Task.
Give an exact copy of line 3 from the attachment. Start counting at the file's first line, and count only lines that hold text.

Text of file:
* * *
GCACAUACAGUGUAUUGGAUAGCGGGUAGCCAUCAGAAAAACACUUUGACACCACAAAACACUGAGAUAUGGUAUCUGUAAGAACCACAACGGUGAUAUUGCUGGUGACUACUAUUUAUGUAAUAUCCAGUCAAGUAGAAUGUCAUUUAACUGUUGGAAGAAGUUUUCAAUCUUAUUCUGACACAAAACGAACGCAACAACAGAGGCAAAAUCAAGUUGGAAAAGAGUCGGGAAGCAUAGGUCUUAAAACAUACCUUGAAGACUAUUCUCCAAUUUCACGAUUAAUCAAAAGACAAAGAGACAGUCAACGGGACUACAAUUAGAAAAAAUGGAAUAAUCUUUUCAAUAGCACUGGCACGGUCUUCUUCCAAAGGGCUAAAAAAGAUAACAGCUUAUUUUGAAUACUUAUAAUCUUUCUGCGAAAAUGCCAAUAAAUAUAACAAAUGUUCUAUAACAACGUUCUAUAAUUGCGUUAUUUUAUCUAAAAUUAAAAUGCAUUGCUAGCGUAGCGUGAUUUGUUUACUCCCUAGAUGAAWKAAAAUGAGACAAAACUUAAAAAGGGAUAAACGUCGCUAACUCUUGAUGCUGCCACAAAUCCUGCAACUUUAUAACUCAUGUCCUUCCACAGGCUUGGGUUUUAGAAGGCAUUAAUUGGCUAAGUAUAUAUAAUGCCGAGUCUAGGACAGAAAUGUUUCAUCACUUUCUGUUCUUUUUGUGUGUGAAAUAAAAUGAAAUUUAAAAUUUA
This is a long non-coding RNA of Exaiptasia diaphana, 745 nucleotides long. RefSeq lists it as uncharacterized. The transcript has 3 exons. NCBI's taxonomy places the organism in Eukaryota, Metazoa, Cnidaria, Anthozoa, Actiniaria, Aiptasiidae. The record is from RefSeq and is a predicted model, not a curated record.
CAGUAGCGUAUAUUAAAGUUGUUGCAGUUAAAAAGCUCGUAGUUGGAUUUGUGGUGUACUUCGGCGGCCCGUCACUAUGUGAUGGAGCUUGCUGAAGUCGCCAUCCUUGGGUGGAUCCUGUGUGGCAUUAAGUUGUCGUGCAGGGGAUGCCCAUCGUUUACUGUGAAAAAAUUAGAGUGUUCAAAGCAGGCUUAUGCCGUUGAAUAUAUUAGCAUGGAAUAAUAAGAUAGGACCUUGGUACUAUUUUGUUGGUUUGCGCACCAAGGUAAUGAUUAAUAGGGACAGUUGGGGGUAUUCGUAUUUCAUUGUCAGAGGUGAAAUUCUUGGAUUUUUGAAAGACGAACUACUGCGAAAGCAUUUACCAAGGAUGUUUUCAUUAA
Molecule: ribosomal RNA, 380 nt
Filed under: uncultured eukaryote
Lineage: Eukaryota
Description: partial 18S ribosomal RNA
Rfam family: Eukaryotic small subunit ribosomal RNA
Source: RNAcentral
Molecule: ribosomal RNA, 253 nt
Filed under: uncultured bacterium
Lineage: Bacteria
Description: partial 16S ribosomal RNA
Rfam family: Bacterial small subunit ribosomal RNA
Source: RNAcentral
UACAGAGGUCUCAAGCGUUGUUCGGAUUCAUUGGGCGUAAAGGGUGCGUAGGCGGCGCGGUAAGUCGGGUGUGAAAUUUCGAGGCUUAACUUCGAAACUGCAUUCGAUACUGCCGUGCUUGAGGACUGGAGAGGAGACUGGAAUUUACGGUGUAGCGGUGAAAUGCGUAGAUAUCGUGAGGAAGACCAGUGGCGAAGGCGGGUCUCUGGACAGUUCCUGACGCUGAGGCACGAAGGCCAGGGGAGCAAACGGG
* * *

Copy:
CAGUAGCGUAUAUUAAAGUUGUUGCAGUUAAAAAGCUCGUAGUUGGAUUUGUGGUGUACUUCGGCGGCCCGUCACUAUGUGAUGGAGCUUGCUGAAGUCGCCAUCCUUGGGUGGAUCCUGUGUGGCAUUAAGUUGUCGUGCAGGGGAUGCCCAUCGUUUACUGUGAAAAAAUUAGAGUGUUCAAAGCAGGCUUAUGCCGUUGAAUAUAUUAGCAUGGAAUAAUAAGAUAGGACCUUGGUACUAUUUUGUUGGUUUGCGCACCAAGGUAAUGAUUAAUAGGGACAGUUGGGGGUAUUCGUAUUUCAUUGUCAGAGGUGAAAUUCUUGGAUUUUUGAAAGACGAACUACUGCGAAAGCAUUUACCAAGGAUGUUUUCAUUAA